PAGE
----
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Discussion Starter · #1 ·
hey, i have my first litter. it was unplanned the people who gave me the rabbits had let the buck and doe in the same cage. lucky guess on getting the nest box done in time. this may seem like an silly question, but how much time does a do spend feeding or tending the nest? i guess i have raised mostly cats and dog and large stock, i didn't know what to expect. also how can you tell if she is feeding enough?
she is an english spot. the box is 9.5" x 14".this was the widest the would fit through the cage door. is it big enough? she had five kits
thanks
 

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Amanda
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What do the kits look like? Are the fat like they have swallowed a grape, or are they skinny and wrinkly? If they look like they swallowed a grape, they are doing good. Mama rabbits don't tend their nest like other animals do. They feed 2 or 3 time a day.
 

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English Spots are not huge, so the box sounds about right. If she kindled in the box then it must have been acceptable. :)

Momma rabbits spend very little time with their babies. If you are used to dogs and cats, you may make the mistake of thinking she is not a good mother, but this is normal for rabbits. They are prey animals and their babies' survival depends on not attracting attention to the nest. This is instinctive behaviour even after a couple of thousand years of domestication.

Mother rabbits feed their kits once or twice in twenty-four hours, usually early morning and late evening. I have a doe and her five kits in the living room at the moment and she feeds about 6 a.m. and 7 p.m. Then she covers them and turns her back on them as though they aren't even there. :whistle:

Later on, when the kits eyes open and they leave the nest she will interact with them a bit more: mostly grooming them and letting them use her for a trampoline. They will crawl under her upside down anytime they think they can get away with stealing a snack. Too funny to see little bunny hind feet waving in the air. :rotfl:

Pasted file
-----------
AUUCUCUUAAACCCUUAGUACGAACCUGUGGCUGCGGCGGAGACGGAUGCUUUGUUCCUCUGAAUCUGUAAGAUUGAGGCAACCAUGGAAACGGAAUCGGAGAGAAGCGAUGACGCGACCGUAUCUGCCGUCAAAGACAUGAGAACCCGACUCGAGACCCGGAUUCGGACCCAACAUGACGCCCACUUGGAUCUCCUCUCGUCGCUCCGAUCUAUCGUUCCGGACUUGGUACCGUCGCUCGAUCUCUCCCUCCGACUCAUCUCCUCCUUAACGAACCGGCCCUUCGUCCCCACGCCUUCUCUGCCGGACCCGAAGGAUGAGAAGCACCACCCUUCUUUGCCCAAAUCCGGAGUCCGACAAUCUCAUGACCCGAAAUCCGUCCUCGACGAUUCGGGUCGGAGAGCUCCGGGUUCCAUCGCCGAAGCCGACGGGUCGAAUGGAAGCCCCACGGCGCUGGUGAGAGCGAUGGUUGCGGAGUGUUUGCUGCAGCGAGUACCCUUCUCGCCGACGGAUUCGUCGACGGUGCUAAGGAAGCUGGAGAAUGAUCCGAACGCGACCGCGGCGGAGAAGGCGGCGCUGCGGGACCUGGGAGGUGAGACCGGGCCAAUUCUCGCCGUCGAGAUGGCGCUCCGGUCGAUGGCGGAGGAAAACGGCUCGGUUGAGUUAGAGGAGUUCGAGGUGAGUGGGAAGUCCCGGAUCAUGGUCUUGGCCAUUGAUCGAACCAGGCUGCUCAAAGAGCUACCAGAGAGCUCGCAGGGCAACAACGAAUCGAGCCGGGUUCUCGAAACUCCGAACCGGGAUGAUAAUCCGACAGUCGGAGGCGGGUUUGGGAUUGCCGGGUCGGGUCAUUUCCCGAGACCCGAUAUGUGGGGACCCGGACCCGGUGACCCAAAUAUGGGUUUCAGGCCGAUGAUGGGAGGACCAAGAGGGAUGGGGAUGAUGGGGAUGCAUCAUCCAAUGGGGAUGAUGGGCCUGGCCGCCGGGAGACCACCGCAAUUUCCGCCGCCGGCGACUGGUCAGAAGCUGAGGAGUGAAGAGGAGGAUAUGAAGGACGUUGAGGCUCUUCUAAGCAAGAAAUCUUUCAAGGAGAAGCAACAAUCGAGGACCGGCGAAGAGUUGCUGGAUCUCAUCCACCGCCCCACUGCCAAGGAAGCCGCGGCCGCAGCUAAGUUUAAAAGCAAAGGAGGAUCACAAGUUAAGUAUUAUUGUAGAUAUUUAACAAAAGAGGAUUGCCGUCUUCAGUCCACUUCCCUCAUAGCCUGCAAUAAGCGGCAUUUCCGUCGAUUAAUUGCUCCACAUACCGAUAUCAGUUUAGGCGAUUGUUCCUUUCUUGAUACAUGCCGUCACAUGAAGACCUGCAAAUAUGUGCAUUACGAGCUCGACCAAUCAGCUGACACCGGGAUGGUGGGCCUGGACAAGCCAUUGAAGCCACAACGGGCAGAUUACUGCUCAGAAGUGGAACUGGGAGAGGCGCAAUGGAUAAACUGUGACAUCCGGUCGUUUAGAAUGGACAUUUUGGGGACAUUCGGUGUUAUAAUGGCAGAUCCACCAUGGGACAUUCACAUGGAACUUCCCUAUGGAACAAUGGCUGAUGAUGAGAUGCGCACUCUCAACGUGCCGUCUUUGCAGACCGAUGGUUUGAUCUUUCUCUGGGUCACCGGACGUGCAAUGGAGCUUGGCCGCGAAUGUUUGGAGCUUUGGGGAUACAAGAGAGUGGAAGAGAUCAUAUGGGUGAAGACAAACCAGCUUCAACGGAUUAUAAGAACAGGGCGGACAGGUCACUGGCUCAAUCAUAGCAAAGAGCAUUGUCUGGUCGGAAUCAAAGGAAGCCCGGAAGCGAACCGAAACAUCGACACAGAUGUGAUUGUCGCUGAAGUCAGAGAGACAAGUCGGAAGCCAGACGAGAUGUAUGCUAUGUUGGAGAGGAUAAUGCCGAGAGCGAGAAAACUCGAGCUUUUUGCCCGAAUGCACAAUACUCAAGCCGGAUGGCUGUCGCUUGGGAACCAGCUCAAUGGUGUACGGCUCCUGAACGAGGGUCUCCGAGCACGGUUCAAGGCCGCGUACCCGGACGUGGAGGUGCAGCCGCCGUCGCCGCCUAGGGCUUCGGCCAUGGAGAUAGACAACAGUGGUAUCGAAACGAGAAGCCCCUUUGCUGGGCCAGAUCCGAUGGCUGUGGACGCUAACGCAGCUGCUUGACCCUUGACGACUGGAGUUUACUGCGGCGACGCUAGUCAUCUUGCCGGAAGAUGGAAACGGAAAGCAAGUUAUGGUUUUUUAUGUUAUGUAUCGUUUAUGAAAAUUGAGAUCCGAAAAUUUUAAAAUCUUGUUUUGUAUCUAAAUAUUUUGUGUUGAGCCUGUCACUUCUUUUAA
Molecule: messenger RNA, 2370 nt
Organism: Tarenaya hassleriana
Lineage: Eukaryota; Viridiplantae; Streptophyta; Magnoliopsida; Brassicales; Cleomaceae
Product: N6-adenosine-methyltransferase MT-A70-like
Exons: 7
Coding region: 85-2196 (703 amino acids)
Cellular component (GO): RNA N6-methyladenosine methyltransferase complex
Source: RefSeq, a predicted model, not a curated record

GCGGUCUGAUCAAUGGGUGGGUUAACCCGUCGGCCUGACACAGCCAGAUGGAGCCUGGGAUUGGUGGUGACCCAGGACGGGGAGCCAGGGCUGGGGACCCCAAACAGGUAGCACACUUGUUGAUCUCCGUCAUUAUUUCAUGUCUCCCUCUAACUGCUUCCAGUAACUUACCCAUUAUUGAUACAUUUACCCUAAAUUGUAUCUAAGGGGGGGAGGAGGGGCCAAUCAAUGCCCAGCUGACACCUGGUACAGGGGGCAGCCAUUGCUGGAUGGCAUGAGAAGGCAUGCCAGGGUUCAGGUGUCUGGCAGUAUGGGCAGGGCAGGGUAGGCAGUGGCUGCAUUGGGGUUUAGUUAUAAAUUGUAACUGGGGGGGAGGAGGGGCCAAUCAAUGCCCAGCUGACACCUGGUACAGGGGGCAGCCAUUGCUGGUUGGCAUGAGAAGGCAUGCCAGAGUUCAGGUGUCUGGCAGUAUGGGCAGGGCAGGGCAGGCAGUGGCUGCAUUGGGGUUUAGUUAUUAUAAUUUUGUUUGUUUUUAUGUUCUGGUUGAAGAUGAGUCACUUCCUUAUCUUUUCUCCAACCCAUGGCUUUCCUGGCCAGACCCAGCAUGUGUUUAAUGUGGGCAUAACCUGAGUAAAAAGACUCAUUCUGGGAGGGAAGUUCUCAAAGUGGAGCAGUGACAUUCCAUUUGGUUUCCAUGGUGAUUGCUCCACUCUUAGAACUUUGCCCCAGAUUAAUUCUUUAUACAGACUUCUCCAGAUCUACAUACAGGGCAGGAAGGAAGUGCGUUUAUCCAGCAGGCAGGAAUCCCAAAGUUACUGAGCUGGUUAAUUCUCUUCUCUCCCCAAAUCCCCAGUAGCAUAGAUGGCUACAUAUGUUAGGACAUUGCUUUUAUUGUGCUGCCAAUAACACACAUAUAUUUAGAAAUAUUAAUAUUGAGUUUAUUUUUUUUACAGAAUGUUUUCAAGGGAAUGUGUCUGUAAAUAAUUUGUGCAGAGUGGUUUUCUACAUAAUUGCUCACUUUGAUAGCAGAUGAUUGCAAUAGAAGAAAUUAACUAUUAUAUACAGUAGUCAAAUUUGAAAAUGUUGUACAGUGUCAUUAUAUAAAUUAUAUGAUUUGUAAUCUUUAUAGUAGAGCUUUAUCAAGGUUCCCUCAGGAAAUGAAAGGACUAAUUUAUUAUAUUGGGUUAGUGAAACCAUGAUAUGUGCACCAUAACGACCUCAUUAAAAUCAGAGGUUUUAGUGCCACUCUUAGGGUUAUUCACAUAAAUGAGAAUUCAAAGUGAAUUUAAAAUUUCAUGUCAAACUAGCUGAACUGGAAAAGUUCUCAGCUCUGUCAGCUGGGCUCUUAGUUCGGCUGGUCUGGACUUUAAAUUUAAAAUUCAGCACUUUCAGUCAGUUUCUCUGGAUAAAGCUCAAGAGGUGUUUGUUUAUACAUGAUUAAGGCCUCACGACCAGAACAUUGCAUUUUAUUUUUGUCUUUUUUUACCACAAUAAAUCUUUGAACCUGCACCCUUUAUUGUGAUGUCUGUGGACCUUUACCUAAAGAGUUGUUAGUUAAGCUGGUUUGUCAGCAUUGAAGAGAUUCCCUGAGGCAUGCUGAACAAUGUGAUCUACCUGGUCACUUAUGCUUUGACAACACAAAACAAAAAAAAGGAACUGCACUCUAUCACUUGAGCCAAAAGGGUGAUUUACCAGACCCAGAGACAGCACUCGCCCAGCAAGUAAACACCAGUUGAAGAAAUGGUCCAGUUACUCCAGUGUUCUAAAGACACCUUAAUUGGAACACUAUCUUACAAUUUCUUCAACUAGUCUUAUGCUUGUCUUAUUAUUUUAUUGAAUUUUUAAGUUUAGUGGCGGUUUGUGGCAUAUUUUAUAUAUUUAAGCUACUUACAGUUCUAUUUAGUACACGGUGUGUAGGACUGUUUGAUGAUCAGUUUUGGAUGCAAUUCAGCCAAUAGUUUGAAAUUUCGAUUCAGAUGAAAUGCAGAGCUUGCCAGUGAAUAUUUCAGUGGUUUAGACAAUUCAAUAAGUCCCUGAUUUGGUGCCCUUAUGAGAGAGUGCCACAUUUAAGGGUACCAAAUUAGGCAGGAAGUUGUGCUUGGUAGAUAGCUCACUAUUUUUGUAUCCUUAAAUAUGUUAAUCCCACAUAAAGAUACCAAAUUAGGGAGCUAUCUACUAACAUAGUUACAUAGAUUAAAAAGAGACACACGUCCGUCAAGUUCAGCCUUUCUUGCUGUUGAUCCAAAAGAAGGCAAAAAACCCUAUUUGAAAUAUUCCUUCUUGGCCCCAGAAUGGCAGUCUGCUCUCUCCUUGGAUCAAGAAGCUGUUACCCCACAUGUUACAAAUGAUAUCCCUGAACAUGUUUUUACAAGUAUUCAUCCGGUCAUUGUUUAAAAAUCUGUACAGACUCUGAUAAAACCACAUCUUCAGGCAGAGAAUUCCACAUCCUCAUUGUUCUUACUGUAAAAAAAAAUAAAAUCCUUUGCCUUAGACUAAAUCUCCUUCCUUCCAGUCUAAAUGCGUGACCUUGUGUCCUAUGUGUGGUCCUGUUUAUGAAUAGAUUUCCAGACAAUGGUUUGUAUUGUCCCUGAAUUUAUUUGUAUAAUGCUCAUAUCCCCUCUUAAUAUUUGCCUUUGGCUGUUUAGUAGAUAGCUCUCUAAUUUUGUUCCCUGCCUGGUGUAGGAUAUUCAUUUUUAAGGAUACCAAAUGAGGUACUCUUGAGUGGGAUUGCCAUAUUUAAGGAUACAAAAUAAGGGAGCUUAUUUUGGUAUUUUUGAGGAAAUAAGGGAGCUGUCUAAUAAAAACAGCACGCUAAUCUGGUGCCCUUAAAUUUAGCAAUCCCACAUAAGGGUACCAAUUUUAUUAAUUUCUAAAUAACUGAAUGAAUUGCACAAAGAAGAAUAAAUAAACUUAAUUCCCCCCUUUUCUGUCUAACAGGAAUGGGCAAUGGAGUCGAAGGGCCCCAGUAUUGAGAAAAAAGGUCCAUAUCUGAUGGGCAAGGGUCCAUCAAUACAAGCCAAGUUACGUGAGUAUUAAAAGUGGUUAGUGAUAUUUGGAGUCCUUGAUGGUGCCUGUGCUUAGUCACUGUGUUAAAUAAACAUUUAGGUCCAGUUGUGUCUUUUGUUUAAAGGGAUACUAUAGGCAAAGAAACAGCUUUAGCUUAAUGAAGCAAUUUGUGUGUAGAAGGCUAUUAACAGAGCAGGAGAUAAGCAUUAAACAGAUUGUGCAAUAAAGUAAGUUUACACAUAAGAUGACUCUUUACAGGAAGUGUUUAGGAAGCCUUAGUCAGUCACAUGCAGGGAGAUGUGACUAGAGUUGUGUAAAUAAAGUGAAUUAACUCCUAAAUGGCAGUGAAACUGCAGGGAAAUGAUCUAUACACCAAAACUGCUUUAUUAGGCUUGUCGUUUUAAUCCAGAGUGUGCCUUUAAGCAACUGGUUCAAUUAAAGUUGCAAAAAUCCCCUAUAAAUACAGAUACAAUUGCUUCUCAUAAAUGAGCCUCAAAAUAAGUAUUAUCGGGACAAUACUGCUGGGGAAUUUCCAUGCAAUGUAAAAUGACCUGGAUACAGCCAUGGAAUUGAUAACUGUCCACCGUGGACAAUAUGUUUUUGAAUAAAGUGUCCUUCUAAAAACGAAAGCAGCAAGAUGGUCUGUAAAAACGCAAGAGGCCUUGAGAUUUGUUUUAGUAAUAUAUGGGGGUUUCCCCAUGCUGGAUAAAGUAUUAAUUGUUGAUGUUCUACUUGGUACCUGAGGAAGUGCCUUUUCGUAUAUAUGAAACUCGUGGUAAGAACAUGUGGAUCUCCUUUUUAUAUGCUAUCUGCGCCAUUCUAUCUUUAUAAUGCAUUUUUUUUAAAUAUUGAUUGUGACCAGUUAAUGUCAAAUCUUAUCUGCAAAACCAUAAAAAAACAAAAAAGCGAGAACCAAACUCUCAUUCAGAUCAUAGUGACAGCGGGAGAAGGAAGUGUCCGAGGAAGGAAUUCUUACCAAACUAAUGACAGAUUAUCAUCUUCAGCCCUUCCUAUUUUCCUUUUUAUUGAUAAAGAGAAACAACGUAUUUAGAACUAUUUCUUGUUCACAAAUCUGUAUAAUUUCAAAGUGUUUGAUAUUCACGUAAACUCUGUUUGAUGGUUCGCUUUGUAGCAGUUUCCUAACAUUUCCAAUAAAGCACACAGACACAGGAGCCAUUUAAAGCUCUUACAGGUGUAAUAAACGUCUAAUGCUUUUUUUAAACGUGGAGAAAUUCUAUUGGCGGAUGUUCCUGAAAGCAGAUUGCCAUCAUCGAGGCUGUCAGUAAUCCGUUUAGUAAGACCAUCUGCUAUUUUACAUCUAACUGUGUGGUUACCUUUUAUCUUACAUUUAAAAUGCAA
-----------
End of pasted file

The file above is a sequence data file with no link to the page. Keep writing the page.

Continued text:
If you are worried that the kits (or popples as we like to call them on this forum) are not being fed, take them out of the nest one at a time. If they have been fed, their bellies will look like they have swallowed a grape... you may even think they look like they will burst. :eek: If their bellies look shrunken and wrinkled, they may not have been fed. Check again in a few hours because you could have looked right before dinner time.

You should check the nest once a day anyhow, just to make sure they are all alive and kicking. Occasionally one won't make it :( and it will decompose quickly in the heat of the nest.

Hope this is helpful. Have fun and enjoy the little rascals! :happy:
 

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Discussion Starter · #4 ·
hey.
thanks for your reply's. the logic of the prey animal makes sense. i have observed that behavior in wild prey. i have only inspected briefly, always practiced least contact possible. just look enough to make sure of no deaths but i will take the advice to do a more thorough inspection.
probably off subject, i have her in a hav-a-heart wire hutch 24x24. seems like not enough room with the nest box in there. i have a 30x36 wired hutch (from where i had a flem. giant). should i put her and the litter in that hutch? it is hard to reach the back.
 

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I know what you mean about 30 inches being too deep to easily reach to the back, but I'd move them anyway. As long as they are still in the nest box, the cramped quarters don't matter quite so much but once they are moving around, both doe and kits will be happier with the extra space and there is less chance of the kits being stepped on. Maybe combine the move with the nest clean out just before the babies' eyes open. I normally do a full clean out on Day 9 so that there is less chance of the kits developing "nest box eye" from exposure to soiled nesting materials.
 
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